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Cryptography and Network Security UNIT IV - NETWORK SECURITY

Dec 27, 2015

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  • Slide 1
  • Cryptography and Network Security UNIT IV - NETWORK SECURITY
  • Slide 2
  • Authentication Functions Message authentication or digital signature mechanism can be viewed as having two levels At lower level: there must be some sort of functions producing an authenticator a value to be used to authenticate a message At lower level: there must be some sort of functions producing an authenticator a value to be used to authenticate a message This lower level functions is used as primitive in a higher level authentication protocol This lower level functions is used as primitive in a higher level authentication protocol Authentication Functions
  • Slide 3
  • Three classes of functions that may be used to produce an authenticator Message encryption Message encryption Ciphertext itself serves as authenticator Message authentication code (MAC) Message authentication code (MAC) A public function of the message and a secret key that produces a fixed-length value that serves as the authenticator Hash function Hash function A public function that maps a message of any length into a fixed-length hash value, which serves as the authenticator Authentication Functions
  • Slide 4
  • KERBEROS In Greek mythology, a many headed dog, the guardian of the entrance of Hades In Greek mythology, a many headed dog, the guardian of the entrance of Hades
  • Slide 5
  • KERBEROS Users wish to access services on servers. Three threats exist: User pretends to be another user. User pretends to be another user. User alters the network address of a workstation. User alters the network address of a workstation. User eavesdrops on exchanges and uses a replay attack. User eavesdrops on exchanges and uses a replay attack.
  • Slide 6
  • KERBEROS Provides a centralized authentication server to authenticate users to servers and servers to users. Relies on conventional encryption, making no use of public-key encryption Two versions: version 4 and 5 Version 4 makes use of DES
  • Slide 7
  • Kerberos Version 4 Terms: C = Client C = Client AS = authentication server AS = authentication server V = server V = server ID c = identifier of user on C ID c = identifier of user on C ID v = identifier of V ID v = identifier of V P c = password of user on C P c = password of user on C ADc = network address of C ADc = network address of C K v = secret encryption key shared by AS and V K v = secret encryption key shared by AS and V TS = timestamp TS = timestamp || = concatenation || = concatenation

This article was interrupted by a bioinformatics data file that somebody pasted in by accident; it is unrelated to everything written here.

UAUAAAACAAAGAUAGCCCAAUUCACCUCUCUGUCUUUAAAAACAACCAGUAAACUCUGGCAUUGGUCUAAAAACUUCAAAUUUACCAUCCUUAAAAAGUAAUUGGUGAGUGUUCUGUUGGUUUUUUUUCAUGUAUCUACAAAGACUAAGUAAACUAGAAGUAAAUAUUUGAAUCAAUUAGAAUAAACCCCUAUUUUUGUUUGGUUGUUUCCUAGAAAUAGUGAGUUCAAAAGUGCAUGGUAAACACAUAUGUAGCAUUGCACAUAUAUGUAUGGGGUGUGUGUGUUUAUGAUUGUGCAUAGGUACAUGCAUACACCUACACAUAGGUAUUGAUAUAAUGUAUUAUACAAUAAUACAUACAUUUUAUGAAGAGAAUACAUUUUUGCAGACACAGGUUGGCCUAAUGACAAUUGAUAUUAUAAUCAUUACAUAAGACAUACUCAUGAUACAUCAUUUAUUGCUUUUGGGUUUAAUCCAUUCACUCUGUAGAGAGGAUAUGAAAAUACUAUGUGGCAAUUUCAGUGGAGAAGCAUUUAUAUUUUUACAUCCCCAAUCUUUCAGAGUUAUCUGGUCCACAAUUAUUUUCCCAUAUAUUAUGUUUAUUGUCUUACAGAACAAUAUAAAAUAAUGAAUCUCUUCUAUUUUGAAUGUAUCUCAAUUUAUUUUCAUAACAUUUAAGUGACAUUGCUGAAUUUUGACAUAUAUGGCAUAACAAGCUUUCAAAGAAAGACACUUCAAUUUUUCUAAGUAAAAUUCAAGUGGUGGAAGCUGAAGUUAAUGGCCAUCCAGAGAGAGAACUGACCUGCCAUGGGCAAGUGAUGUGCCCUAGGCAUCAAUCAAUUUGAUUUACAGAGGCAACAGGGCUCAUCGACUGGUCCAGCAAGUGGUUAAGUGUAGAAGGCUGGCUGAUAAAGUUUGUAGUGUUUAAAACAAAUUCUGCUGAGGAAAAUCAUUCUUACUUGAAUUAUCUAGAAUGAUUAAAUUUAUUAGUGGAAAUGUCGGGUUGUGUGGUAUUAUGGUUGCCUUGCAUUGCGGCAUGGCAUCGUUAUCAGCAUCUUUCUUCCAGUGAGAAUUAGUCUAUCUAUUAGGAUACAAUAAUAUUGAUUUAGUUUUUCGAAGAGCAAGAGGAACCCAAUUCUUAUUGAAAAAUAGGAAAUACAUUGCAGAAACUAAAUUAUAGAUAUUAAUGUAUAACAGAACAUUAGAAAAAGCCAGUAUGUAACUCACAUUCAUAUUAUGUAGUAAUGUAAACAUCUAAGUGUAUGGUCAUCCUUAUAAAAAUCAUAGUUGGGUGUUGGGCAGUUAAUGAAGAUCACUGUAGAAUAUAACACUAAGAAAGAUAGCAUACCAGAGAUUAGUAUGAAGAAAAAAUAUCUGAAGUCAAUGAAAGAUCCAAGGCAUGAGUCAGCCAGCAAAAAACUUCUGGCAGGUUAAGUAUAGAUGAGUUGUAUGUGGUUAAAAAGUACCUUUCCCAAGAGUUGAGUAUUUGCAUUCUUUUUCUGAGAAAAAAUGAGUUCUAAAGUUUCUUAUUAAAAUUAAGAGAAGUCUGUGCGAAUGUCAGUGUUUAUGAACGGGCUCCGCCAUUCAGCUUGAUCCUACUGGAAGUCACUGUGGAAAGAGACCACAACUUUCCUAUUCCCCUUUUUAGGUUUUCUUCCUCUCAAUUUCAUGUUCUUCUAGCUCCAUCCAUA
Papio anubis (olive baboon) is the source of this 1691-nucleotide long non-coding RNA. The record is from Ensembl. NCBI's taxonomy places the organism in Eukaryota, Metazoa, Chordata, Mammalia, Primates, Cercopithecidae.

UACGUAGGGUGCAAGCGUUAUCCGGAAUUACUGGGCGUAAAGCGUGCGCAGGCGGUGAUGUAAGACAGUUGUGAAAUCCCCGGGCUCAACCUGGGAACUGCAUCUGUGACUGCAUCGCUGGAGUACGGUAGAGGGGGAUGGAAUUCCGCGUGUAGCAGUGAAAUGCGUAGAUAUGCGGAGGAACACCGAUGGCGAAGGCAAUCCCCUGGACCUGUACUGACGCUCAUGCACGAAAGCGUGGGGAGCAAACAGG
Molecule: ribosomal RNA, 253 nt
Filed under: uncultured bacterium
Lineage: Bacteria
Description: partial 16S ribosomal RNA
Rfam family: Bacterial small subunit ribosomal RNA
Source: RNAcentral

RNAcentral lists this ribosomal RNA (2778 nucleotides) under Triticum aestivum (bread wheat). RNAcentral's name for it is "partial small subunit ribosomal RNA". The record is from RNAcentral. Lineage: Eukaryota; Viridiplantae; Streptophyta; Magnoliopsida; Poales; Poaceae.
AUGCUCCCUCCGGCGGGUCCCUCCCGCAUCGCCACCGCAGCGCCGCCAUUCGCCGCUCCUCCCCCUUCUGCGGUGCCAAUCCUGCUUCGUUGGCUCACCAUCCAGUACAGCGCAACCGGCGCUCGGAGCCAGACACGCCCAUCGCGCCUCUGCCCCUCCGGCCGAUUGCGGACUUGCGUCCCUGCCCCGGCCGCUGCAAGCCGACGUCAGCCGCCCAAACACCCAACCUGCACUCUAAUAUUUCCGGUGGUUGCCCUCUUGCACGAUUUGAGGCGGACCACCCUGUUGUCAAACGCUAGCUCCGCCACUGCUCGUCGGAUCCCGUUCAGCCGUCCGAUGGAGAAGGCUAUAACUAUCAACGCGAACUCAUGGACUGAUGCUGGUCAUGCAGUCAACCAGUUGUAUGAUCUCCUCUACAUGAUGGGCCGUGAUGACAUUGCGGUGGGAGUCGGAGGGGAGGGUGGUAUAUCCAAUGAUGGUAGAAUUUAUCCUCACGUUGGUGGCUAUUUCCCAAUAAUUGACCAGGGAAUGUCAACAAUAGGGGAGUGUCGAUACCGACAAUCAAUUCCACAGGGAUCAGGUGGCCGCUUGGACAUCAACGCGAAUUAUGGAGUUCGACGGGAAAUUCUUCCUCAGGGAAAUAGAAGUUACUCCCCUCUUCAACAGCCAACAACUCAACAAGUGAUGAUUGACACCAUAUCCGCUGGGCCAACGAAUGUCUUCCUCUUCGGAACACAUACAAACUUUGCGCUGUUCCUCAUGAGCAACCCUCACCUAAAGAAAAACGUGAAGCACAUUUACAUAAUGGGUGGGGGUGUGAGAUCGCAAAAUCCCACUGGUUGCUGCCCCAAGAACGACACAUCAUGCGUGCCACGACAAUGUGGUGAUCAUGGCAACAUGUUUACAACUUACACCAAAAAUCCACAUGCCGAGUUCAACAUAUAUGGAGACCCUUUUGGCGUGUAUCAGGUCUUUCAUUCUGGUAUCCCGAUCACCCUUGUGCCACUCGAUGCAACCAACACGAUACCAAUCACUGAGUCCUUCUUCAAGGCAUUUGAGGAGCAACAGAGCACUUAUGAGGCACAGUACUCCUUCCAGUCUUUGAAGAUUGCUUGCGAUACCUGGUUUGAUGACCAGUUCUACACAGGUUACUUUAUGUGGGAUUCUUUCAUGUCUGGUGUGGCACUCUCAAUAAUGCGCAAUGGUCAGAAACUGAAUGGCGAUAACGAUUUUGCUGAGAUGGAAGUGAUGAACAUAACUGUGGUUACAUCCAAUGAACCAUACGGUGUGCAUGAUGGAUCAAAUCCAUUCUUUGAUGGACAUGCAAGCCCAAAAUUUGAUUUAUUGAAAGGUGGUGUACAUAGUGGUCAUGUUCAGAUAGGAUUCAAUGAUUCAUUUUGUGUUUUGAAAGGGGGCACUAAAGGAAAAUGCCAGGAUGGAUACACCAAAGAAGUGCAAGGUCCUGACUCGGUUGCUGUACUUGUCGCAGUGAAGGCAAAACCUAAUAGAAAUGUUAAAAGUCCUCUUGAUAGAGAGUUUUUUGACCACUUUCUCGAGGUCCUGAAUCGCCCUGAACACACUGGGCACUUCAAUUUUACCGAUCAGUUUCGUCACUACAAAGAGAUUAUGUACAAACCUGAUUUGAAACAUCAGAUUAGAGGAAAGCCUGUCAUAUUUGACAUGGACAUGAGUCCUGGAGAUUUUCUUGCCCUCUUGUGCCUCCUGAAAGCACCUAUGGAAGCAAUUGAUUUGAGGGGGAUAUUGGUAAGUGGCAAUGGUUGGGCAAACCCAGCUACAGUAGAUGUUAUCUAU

• Slide 8
  • A Simple Authentication Dialogue (1) C AS: ID c || P c || ID v (2) AS C:Ticket (3) C V: ID c || Ticket Ticket = E K v [ ID c || AD c || ID v] Two problems The number of times a user has to enter a password Plaintext transmission of the password
  • Slide 9
  • The Idea towards Solution Introducing a ticket-granting server (TGS) The user first requests a ticket-granting ticket (Ticket tgs ) from the AS; The user first requests a ticket-granting ticket (Ticket tgs ) from the AS; The user then authenticates itself to TGS for a ticket (Ticket v ) for accessing new service; The user then authenticates itself to TGS for a ticket (Ticket v ) for accessing new service; The user finally authenticate itself to V for requesting a particular service. The user finally authenticate itself to V for requesting a particular service.
  • Slide 10
  • Kerberos Version 4 Authentication Dialogue Kerberos Version 4 Authentication Dialogue
  • Slide 11
  • Slide 12
  • Slide 13
  • Overview of Kerberos
  • Slide 14
  • Request for Service in Another Realm
  • Slide 15
  • Difference Between Version 4 and 5 Encryption system dependence (V.4 DES) Internet protocol dependence Message byte ordering Ticket lifetime Authentication forwarding Interrealm authentication
  • Slide 16
  • Kerberos Encryption Techniques
  • Slide 17
  • PCBC Mode
  • Slide 18